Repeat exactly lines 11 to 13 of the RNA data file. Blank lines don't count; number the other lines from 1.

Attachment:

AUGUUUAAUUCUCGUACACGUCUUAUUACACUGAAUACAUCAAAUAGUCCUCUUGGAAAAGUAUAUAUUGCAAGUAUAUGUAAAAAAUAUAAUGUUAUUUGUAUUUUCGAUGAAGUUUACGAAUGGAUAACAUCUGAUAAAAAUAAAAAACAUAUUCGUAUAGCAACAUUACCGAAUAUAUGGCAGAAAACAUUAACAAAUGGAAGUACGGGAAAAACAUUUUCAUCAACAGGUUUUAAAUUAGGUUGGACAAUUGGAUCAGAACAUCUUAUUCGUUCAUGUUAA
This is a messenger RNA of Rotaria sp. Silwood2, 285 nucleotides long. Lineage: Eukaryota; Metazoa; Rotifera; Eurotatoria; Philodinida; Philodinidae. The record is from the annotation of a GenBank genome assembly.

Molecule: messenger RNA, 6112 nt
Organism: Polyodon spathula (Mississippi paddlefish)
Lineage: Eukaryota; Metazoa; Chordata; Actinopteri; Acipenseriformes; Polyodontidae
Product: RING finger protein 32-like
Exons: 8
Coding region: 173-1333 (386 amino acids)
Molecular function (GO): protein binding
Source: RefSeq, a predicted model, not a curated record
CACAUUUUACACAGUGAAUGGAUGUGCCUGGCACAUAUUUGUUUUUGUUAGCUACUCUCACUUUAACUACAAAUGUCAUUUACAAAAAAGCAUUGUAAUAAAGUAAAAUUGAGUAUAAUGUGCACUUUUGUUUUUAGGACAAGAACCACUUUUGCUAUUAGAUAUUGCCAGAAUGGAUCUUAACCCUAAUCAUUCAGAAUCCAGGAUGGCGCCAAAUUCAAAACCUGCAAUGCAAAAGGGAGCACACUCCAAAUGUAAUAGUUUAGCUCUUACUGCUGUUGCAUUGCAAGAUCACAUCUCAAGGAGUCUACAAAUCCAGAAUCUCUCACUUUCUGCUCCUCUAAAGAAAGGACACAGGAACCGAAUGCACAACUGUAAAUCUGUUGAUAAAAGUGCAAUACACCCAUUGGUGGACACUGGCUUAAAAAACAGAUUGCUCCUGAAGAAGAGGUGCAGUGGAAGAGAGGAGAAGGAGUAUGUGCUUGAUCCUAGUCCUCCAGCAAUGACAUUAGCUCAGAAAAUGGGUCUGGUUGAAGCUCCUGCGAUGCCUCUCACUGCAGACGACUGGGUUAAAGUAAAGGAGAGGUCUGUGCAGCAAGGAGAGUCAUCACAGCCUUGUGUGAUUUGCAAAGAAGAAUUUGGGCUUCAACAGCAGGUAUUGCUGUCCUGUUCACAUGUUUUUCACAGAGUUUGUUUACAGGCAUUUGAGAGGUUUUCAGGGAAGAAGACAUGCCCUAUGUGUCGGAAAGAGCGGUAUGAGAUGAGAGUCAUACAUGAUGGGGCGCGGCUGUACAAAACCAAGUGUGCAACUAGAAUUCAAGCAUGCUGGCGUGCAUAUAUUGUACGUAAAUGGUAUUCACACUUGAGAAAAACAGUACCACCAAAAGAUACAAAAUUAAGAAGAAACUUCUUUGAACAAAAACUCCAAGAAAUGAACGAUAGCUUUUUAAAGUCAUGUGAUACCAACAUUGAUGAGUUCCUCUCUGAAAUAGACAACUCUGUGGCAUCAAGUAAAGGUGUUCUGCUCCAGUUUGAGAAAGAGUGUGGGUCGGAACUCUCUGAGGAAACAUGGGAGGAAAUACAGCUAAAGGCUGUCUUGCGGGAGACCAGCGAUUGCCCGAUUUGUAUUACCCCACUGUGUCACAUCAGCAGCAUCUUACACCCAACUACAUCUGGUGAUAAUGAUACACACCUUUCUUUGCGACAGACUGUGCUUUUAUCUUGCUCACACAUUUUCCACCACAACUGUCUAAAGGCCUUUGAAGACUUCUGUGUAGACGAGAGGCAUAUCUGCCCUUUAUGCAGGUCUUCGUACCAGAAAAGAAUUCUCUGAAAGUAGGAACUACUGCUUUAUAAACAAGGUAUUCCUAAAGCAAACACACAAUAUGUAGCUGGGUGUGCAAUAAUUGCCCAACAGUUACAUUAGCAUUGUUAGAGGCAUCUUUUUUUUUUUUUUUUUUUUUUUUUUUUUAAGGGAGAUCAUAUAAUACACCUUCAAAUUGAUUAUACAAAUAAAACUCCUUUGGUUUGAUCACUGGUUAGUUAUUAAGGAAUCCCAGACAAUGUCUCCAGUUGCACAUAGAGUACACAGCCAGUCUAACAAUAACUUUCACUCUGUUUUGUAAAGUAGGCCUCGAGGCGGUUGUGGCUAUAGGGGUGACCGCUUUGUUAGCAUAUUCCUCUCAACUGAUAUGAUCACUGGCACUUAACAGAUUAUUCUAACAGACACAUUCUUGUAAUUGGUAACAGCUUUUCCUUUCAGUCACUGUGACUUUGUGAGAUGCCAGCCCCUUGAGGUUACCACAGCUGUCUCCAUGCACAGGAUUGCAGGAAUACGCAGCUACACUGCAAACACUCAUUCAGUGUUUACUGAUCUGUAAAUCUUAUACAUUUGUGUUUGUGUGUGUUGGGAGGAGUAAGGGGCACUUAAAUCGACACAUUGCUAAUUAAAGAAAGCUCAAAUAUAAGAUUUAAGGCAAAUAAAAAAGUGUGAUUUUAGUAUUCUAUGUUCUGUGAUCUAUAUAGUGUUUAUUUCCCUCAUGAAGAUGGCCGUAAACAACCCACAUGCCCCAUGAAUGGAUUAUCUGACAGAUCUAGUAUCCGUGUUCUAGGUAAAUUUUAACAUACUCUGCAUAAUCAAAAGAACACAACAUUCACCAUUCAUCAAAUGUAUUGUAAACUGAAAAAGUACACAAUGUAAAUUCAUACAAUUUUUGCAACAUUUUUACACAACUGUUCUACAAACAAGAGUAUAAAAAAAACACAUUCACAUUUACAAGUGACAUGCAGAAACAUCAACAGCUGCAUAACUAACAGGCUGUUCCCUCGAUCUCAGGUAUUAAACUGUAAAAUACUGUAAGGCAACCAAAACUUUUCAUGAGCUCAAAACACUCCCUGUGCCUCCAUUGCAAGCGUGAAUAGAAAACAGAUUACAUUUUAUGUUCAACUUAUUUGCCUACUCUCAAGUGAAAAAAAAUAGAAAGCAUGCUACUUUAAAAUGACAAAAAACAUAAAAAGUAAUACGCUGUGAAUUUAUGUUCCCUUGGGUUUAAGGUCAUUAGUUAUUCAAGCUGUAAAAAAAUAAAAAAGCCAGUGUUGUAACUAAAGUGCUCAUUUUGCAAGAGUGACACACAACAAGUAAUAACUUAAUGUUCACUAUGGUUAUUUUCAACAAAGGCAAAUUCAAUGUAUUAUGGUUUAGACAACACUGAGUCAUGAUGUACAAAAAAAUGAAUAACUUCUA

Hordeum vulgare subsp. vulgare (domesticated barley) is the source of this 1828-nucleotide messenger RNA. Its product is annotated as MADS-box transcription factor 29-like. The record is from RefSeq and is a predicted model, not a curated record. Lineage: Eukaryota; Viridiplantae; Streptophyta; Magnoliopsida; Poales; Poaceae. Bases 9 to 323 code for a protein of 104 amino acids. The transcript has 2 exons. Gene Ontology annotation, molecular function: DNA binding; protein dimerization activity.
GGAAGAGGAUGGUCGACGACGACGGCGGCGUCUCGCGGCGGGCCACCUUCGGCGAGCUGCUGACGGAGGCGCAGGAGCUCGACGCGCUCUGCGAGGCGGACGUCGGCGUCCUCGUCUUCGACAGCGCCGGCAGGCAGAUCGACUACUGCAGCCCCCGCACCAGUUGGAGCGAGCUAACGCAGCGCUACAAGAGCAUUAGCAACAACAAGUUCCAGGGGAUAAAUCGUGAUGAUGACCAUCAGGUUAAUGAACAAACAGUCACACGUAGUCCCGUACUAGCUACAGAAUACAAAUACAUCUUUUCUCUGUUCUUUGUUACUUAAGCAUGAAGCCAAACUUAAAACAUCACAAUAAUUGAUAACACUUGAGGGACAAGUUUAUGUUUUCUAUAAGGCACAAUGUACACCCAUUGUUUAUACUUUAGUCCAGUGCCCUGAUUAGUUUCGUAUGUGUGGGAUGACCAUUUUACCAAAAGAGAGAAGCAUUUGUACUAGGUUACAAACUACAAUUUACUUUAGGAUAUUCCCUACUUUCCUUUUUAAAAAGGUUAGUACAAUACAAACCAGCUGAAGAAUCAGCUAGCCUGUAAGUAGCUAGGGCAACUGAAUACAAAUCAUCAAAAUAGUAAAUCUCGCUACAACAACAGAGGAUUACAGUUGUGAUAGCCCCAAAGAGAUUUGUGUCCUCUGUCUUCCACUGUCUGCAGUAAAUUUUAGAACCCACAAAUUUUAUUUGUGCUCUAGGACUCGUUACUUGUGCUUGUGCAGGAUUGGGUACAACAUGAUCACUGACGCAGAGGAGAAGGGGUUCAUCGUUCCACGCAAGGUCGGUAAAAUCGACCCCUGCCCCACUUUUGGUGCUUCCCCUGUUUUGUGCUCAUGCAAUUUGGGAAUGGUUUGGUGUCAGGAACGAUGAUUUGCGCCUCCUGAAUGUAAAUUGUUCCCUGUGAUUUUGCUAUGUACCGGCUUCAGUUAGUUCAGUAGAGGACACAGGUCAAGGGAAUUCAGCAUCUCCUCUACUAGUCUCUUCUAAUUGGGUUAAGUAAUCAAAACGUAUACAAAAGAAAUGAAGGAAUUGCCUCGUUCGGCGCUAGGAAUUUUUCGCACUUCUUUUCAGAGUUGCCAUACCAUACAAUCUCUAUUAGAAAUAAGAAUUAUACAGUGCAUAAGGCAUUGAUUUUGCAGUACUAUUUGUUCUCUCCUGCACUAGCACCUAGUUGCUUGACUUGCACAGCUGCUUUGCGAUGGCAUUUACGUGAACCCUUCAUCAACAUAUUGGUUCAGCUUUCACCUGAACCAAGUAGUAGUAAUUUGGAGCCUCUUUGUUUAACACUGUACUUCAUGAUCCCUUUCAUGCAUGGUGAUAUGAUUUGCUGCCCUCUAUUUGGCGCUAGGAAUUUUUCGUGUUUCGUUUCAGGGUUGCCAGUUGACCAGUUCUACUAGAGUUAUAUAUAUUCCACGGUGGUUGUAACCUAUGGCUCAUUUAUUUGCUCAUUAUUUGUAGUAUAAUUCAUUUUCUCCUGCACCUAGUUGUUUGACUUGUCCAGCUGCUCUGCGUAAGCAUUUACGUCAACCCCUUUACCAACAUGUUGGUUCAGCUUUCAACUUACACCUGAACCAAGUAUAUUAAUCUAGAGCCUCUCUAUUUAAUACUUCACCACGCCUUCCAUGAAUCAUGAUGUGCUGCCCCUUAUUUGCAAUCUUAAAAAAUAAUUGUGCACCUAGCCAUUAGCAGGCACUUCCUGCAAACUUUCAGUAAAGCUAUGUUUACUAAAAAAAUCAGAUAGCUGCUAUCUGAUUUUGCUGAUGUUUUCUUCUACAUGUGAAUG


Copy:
CACAUUUUACACAGUGAAUGGAUGUGCCUGGCACAUAUUUGUUUUUGUUAGCUACUCUCACUUUAACUACAAAUGUCAUUUACAAAAAAGCAUUGUAAUAAAGUAAAAUUGAGUAUAAUGUGCACUUUUGUUUUUAGGACAAGAACCACUUUUGCUAUUAGAUAUUGCCAGAAUGGAUCUUAACCCUAAUCAUUCAGAAUCCAGGAUGGCGCCAAAUUCAAAACCUGCAAUGCAAAAGGGAGCACACUCCAAAUGUAAUAGUUUAGCUCUUACUGCUGUUGCAUUGCAAGAUCACAUCUCAAGGAGUCUACAAAUCCAGAAUCUCUCACUUUCUGCUCCUCUAAAGAAAGGACACAGGAACCGAAUGCACAACUGUAAAUCUGUUGAUAAAAGUGCAAUACACCCAUUGGUGGACACUGGCUUAAAAAACAGAUUGCUCCUGAAGAAGAGGUGCAGUGGAAGAGAGGAGAAGGAGUAUGUGCUUGAUCCUAGUCCUCCAGCAAUGACAUUAGCUCAGAAAAUGGGUCUGGUUGAAGCUCCUGCGAUGCCUCUCACUGCAGACGACUGGGUUAAAGUAAAGGAGAGGUCUGUGCAGCAAGGAGAGUCAUCACAGCCUUGUGUGAUUUGCAAAGAAGAAUUUGGGCUUCAACAGCAGGUAUUGCUGUCCUGUUCACAUGUUUUUCACAGAGUUUGUUUACAGGCAUUUGAGAGGUUUUCAGGGAAGAAGACAUGCCCUAUGUGUCGGAAAGAGCGGUAUGAGAUGAGAGUCAUACAUGAUGGGGCGCGGCUGUACAAAACCAAGUGUGCAACUAGAAUUCAAGCAUGCUGGCGUGCAUAUAUUGUACGUAAAUGGUAUUCACACUUGAGAAAAACAGUACCACCAAAAGAUACAAAAUUAAGAAGAAACUUCUUUGAACAAAAACUCCAAGAAAUGAACGAUAGCUUUUUAAAGUCAUGUGAUACCAACAUUGAUGAGUUCCUCUCUGAAAUAGACAACUCUGUGGCAUCAAGUAAAGGUGUUCUGCUCCAGUUUGAGAAAGAGUGUGGGUCGGAACUCUCUGAGGAAACAUGGGAGGAAAUACAGCUAAAGGCUGUCUUGCGGGAGACCAGCGAUUGCCCGAUUUGUAUUACCCCACUGUGUCACAUCAGCAGCAUCUUACACCCAACUACAUCUGGUGAUAAUGAUACACACCUUUCUUUGCGACAGACUGUGCUUUUAUCUUGCUCACACAUUUUCCACCACAACUGUCUAAAGGCCUUUGAAGACUUCUGUGUAGACGAGAGGCAUAUCUGCCCUUUAUGCAGGUCUUCGUACCAGAAAAGAAUUCUCUGAAAGUAGGAACUACUGCUUUAUAAACAAGGUAUUCCUAAAGCAAACACACAAUAUGUAGCUGGGUGUGCAAUAAUUGCCCAACAGUUACAUUAGCAUUGUUAGAGGCAUCUUUUUUUUUUUUUUUUUUUUUUUUUUUUUAAGGGAGAUCAUAUAAUACACCUUCAAAUUGAUUAUACAAAUAAAACUCCUUUGGUUUGAUCACUGGUUAGUUAUUAAGGAAUCCCAGACAAUGUCUCCAGUUGCACAUAGAGUACACAGCCAGUCUAACAAUAACUUUCACUCUGUUUUGUAAAGUAGGCCUCGAGGCGGUUGUGGCUAUAGGGGUGACCGCUUUGUUAGCAUAUUCCUCUCAACUGAUAUGAUCACUGGCACUUAACAGAUUAUUCUAACAGACACAUUCUUGUAAUUGGUAACAGCUUUUCCUUUCAGUCACUGUGACUUUGUGAGAUGCCAGCCCCUUGAGGUUACCACAGCUGUCUCCAUGCACAGGAUUGCAGGAAUACGCAGCUACACUGCAAACACUCAUUCAGUGUUUACUGAUCUGUAAAUCUUAUACAUUUGUGUUUGUGUGUGUUGGGAGGAGUAAGGGGCACUUAAAUCGACACAUUGCUAAUUAAAGAAAGCUCAAAUAUAAGAUUUAAGGCAAAUAAAAAAGUGUGAUUUUAGUAUUCUAUGUUCUGUGAUCUAUAUAGUGUUUAUUUCCCUCAUGAAGAUGGCCGUAAACAACCCACAUGCCCCAUGAAUGGAUUAUCUGACAGAUCUAGUAUCCGUGUUCUAGGUAAAUUUUAACAUACUCUGCAUAAUCAAAAGAACACAACAUUCACCAUUCAUCAAAUGUAUUGUAAACUGAAAAAGUACACAAUGUAAAUUCAUACAAUUUUUGCAACAUUUUUACACAACUGUUCUACAAACAAGAGUAUAAAAAAAACACAUUCACAUUUACAAGUGACAUGCAGAAACAUCAACAGCUGCAUAACUAACAGGCUGUUCCCUCGAUCUCAGGUAUUAAACUGUAAAAUACUGUAAGGCAACCAAAACUUUUCAUGAGCUCAAAACACUCCCUGUGCCUCCAUUGCAAGCGUGAAUAGAAAACAGAUUACAUUUUAUGUUCAACUUAUUUGCCUACUCUCAAGUGAAAAAAAAUAGAAAGCAUGCUACUUUAAAAUGACAAAAAACAUAAAAAGUAAUACGCUGUGAAUUUAUGUUCCCUUGGGUUUAAGGUCAUUAGUUAUUCAAGCUGUAAAAAAAUAAAAAAGCCAGUGUUGUAACUAAAGUGCUCAUUUUGCAAGAGUGACACACAACAAGUAAUAACUUAAUGUUCACUAUGGUUAUUUUCAACAAAGGCAAAUUCAAUGUAUUAUGGUUUAGACAACACUGAGUCAUGAUGUACAAAAAAAUGAAUAACUUCUA

Hordeum vulgare subsp. vulgare (domesticated barley) is the source of this 1828-nucleotide messenger RNA. Its product is annotated as MADS-box transcription factor 29-like. The record is from RefSeq and is a predicted model, not a curated record. Lineage: Eukaryota; Viridiplantae; Streptophyta; Magnoliopsida; Poales; Poaceae. Bases 9 to 323 code for a protein of 104 amino acids. The transcript has 2 exons. Gene Ontology annotation, molecular function: DNA binding; protein dimerization activity.
GGAAGAGGAUGGUCGACGACGACGGCGGCGUCUCGCGGCGGGCCACCUUCGGCGAGCUGCUGACGGAGGCGCAGGAGCUCGACGCGCUCUGCGAGGCGGACGUCGGCGUCCUCGUCUUCGACAGCGCCGGCAGGCAGAUCGACUACUGCAGCCCCCGCACCAGUUGGAGCGAGCUAACGCAGCGCUACAAGAGCAUUAGCAACAACAAGUUCCAGGGGAUAAAUCGUGAUGAUGACCAUCAGGUUAAUGAACAAACAGUCACACGUAGUCCCGUACUAGCUACAGAAUACAAAUACAUCUUUUCUCUGUUCUUUGUUACUUAAGCAUGAAGCCAAACUUAAAACAUCACAAUAAUUGAUAACACUUGAGGGACAAGUUUAUGUUUUCUAUAAGGCACAAUGUACACCCAUUGUUUAUACUUUAGUCCAGUGCCCUGAUUAGUUUCGUAUGUGUGGGAUGACCAUUUUACCAAAAGAGAGAAGCAUUUGUACUAGGUUACAAACUACAAUUUACUUUAGGAUAUUCCCUACUUUCCUUUUUAAAAAGGUUAGUACAAUACAAACCAGCUGAAGAAUCAGCUAGCCUGUAAGUAGCUAGGGCAACUGAAUACAAAUCAUCAAAAUAGUAAAUCUCGCUACAACAACAGAGGAUUACAGUUGUGAUAGCCCCAAAGAGAUUUGUGUCCUCUGUCUUCCACUGUCUGCAGUAAAUUUUAGAACCCACAAAUUUUAUUUGUGCUCUAGGACUCGUUACUUGUGCUUGUGCAGGAUUGGGUACAACAUGAUCACUGACGCAGAGGAGAAGGGGUUCAUCGUUCCACGCAAGGUCGGUAAAAUCGACCCCUGCCCCACUUUUGGUGCUUCCCCUGUUUUGUGCUCAUGCAAUUUGGGAAUGGUUUGGUGUCAGGAACGAUGAUUUGCGCCUCCUGAAUGUAAAUUGUUCCCUGUGAUUUUGCUAUGUACCGGCUUCAGUUAGUUCAGUAGAGGACACAGGUCAAGGGAAUUCAGCAUCUCCUCUACUAGUCUCUUCUAAUUGGGUUAAGUAAUCAAAACGUAUACAAAAGAAAUGAAGGAAUUGCCUCGUUCGGCGCUAGGAAUUUUUCGCACUUCUUUUCAGAGUUGCCAUACCAUACAAUCUCUAUUAGAAAUAAGAAUUAUACAGUGCAUAAGGCAUUGAUUUUGCAGUACUAUUUGUUCUCUCCUGCACUAGCACCUAGUUGCUUGACUUGCACAGCUGCUUUGCGAUGGCAUUUACGUGAACCCUUCAUCAACAUAUUGGUUCAGCUUUCACCUGAACCAAGUAGUAGUAAUUUGGAGCCUCUUUGUUUAACACUGUACUUCAUGAUCCCUUUCAUGCAUGGUGAUAUGAUUUGCUGCCCUCUAUUUGGCGCUAGGAAUUUUUCGUGUUUCGUUUCAGGGUUGCCAGUUGACCAGUUCUACUAGAGUUAUAUAUAUUCCACGGUGGUUGUAACCUAUGGCUCAUUUAUUUGCUCAUUAUUUGUAGUAUAAUUCAUUUUCUCCUGCACCUAGUUGUUUGACUUGUCCAGCUGCUCUGCGUAAGCAUUUACGUCAACCCCUUUACCAACAUGUUGGUUCAGCUUUCAACUUACACCUGAACCAAGUAUAUUAAUCUAGAGCCUCUCUAUUUAAUACUUCACCACGCCUUCCAUGAAUCAUGAUGUGCUGCCCCUUAUUUGCAAUCUUAAAAAAUAAUUGUGCACCUAGCCAUUAGCAGGCACUUCCUGCAAACUUUCAGUAAAGCUAUGUUUACUAAAAAAAUCAGAUAGCUGCUAUCUGAUUUUGCUGAUGUUUUCUUCUACAUGUGAAUG